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Time to turn up the wattage on the choice of featured artists for this post. I mean, don’t get me wrong, everybody I put up on this blog is a star to me. But some acts don’t really need much push from Poprock Record to sell records. You know what? Who cares. I still want to rave about their fabulous new releases and I’m gonna do it now.

Aimee Mann is the Joni Mitchell of her generation. Her ear for melody, her unique vocal phrasing, her restless pursuit of new musical challenges, they all exude that Joni brand of creativity. At the same time Mann embraces Mitchell’s intellectual seriousness. Just one listen to Queens of the Summer Hotel and you know you’re at the grown-up table. Others have explored the subject matter of the album in some detail so I won’t repeat that here. Suffice to say for our purposes, the tunes here are lush and memorable. There’s an acoustic bent to the instrumentation, Mann’s distinctive electric keyboard set aside for this outing. The style is sometimes somewhere between Costello’s Brodsky Quartet and his work with Bacharach, except when it’s pure Mann. Listeners looking for a hit of the latter classic sound, go directly to “Burn It Out.” She has a very specific and familiar way of bending a hook, usually occurring two thirds of the way through a sentence. But the rest of Queens of the Summer Hotel is both familiar and yet new territory. Opening cut “You Fall” has the delicate introspection of Joe Jackson in strong piano mode. “Robert Lowell and Sylvia Plath,” “At the Frick Museum” and “You Could Have Been a Roosevelt” all vibe a musicals feel (as in Broadway), minus the dance numbers. I love the swing on “Give Me Fifteen,” the wistful melancholia to “Suicide is Murder,” and the subtle hook anchoring “I See You.”  Ultimately, this is an album that pays repeated listening. Queens of the Summer Hotel confirms Mann as one of America’s premier troubadours, delivering an album that defies genre, time and any sense of commercial constraint. And it’s a damn good listen.

Burn It Out

With Ultramodern the Ruen Brothers take their distinctive postmodern pastiche of classic 1960s Americana with a contemporary twist in some decidedly new directions. First there’s something old. The album does gather together some of the previous year’s stand-alone singles, radio-friendly should-be hits like the broody Blue Velvet pop of “Saving Me, Saving You” and the infectious earworm “A Million Things.” Then there’s the familiar ‘git along little doggie’ western sound the boys do so well on tracks like “The Storm in You” and “Topanga Canyon.” Things go in a more contemporary pop direction on songs like “San Diego Nights” and the explosive dance number “Takin’ It Easy.” Other tracks max out a rollicking sense of fun, with “Up in California” a bouncy ditty with a surprising pedal steel guitar solo while “Flying Cars” sounds very early 1980s new wave. And no Ruen Brothers release would be complete with some dark, introspective testaments to loneliness. Fittingly, “Alone” has an aching cinematic quality in its spare delivery. Or check out how the demo version of “Takin’ It Easy” is like a completely different song, its formerly frantic commercial delivery transformed into a haunting acoustic number. If Ultramodern is the future of music I say, bring on tomorrow!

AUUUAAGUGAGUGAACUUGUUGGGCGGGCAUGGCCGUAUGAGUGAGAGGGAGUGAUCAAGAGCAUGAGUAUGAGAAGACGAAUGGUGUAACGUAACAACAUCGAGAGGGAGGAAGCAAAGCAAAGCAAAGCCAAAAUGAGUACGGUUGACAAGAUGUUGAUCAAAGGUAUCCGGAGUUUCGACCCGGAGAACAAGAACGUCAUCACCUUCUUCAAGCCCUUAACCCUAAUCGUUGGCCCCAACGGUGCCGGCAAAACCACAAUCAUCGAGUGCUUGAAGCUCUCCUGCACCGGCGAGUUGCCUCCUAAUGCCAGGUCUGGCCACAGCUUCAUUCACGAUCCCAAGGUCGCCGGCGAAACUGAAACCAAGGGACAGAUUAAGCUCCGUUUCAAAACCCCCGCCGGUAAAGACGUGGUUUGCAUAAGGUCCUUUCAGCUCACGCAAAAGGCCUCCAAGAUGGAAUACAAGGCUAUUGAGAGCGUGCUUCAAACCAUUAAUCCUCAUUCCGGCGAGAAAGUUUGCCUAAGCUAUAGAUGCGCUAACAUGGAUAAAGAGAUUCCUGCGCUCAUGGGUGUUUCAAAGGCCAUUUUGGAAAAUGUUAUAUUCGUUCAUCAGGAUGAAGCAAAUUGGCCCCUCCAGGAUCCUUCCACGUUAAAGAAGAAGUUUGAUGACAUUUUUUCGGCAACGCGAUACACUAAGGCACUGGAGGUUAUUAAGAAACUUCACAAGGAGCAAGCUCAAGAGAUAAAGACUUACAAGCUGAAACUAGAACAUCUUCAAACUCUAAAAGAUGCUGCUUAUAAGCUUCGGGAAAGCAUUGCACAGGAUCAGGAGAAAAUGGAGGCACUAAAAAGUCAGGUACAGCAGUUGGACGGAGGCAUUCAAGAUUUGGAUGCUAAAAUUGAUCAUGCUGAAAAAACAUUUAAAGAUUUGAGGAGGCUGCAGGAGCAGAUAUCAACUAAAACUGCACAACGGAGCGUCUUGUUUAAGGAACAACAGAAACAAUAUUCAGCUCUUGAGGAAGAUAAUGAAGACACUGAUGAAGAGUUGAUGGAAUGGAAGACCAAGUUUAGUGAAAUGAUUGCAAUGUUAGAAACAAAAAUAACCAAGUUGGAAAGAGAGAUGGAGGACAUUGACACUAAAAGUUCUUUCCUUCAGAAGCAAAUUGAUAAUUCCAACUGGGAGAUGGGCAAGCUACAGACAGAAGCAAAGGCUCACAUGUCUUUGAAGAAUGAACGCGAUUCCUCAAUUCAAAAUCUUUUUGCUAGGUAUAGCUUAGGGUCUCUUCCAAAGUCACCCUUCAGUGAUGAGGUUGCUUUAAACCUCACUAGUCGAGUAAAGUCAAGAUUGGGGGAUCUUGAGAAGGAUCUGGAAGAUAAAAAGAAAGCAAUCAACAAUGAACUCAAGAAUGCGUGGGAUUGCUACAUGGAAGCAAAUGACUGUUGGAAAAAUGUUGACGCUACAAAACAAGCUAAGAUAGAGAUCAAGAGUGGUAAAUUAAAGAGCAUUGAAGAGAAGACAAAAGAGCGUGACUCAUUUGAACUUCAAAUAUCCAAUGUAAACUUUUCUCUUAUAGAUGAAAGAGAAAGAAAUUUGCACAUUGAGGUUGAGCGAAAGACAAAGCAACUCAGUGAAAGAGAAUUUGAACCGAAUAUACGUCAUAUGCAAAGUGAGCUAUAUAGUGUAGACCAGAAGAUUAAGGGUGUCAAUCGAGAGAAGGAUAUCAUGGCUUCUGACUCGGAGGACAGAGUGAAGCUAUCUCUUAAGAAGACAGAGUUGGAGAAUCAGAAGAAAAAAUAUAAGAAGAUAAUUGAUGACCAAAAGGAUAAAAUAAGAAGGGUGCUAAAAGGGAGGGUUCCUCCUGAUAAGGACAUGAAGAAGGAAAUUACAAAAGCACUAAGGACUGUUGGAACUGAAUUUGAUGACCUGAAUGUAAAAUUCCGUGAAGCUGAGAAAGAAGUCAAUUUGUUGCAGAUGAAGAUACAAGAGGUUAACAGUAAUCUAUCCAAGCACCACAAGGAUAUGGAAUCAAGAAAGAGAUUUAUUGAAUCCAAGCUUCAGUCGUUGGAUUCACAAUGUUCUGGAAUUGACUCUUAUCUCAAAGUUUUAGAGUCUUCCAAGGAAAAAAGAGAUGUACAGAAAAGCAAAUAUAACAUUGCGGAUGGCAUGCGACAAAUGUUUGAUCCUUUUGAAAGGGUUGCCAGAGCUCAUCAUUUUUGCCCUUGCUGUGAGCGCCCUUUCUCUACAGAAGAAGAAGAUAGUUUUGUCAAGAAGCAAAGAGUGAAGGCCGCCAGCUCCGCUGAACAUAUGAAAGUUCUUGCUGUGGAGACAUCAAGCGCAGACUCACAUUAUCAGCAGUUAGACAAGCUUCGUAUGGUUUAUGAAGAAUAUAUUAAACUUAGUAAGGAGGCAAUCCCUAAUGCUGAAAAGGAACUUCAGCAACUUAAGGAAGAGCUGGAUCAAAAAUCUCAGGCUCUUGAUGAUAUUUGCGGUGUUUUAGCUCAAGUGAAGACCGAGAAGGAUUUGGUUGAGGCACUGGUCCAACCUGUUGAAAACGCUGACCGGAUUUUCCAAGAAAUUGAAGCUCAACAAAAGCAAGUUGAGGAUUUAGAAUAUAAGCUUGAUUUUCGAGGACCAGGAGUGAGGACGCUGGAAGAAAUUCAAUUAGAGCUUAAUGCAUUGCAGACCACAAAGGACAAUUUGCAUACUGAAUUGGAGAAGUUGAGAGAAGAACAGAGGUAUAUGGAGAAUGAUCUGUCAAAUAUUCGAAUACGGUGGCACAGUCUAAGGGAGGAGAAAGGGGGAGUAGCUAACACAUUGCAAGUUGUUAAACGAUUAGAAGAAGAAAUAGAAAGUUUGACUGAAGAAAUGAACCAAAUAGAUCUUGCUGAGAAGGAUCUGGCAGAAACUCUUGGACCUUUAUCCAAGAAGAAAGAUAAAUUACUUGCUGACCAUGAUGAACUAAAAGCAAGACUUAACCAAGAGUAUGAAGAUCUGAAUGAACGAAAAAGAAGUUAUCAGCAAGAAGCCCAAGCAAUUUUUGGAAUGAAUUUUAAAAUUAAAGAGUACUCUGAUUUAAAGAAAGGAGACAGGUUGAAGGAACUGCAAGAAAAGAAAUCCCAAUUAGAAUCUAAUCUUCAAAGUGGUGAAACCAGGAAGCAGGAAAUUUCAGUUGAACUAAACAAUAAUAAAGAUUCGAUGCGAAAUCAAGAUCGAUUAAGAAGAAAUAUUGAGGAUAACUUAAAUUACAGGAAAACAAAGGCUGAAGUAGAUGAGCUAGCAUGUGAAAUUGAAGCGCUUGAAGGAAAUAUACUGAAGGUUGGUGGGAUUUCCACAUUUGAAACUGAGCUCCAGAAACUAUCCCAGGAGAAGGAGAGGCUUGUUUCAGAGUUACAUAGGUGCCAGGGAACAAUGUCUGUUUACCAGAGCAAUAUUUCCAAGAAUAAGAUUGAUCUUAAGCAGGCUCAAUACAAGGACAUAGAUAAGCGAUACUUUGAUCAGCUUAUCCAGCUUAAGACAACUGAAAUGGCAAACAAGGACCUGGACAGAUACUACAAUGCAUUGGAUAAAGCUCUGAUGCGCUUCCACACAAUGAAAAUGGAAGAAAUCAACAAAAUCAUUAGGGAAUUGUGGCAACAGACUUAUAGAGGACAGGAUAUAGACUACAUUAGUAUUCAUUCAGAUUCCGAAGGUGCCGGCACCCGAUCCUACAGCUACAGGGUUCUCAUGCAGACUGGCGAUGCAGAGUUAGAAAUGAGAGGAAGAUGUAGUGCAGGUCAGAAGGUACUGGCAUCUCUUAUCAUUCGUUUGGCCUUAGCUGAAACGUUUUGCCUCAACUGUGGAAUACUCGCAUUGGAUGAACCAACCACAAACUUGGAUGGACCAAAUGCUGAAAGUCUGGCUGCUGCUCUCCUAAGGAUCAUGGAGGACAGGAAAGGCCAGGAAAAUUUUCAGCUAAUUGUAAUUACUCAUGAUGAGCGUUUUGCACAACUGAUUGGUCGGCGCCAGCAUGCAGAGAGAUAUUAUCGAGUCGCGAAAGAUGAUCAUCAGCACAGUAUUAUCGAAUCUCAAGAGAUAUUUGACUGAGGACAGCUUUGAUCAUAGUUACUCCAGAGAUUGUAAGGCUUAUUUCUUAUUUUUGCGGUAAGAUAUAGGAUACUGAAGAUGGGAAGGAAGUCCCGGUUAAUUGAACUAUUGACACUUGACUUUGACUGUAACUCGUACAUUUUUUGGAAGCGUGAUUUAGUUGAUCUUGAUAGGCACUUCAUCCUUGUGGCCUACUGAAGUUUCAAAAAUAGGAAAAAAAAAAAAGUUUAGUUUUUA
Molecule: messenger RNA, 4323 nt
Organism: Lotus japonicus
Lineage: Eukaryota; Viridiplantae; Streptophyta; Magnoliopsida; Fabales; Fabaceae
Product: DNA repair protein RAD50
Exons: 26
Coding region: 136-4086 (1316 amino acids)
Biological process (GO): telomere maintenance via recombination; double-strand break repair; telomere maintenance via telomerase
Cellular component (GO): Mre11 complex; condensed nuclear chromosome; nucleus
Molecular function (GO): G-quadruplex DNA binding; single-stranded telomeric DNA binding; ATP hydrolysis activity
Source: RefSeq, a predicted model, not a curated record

Takin’ It Easy
Flying Cars

They Might Be Giants are a seemingly unstoppable force. Year after year they just keep putting out great material, with no appreciable decline in quality or productivity. Book is album number 23 and it represents no revolutionary change for the band. It’s just more of that heart-lifting, ‘life as a mad montage of silliness and sadness’ kind of goodness. It’s all there on selections like “Moonbeam Rays,” pleasant hooky numbers that instantly put a smile on your face. But what sounds simple can obscure some serious complexity, like the melodic and rhythmic development of the earwormy “Brontosaurus.” TMBG also always curate great instrumental sounds on their records. Exhibit A, some recognizably early EC Steve Nieve organ fills add value to the poppy delight of “Lord Snowdon.” Clever wordplay is another hallmark of TMBG songs, in evidence on the “Anna Ng”-ish “I Can’t Remember the Dream.” “I Lost Thursday” was a pre-release single and it has the obvious mark of a should-be radio hit (in my poprock alternative universe, at least). And check out the cocktail jazz laminating “Super Cool.” It certainly is. The verdict on Book is simple, another great TMBG record. Albums for these guys are more like another episode of your favourite show that you can’t wait to see and see again.

I Can’t Remember the Dream

They are the stars of poprock indie-verse and just as reliable as those lights in the night sky. You won’t go far wrong with any of these shiny things.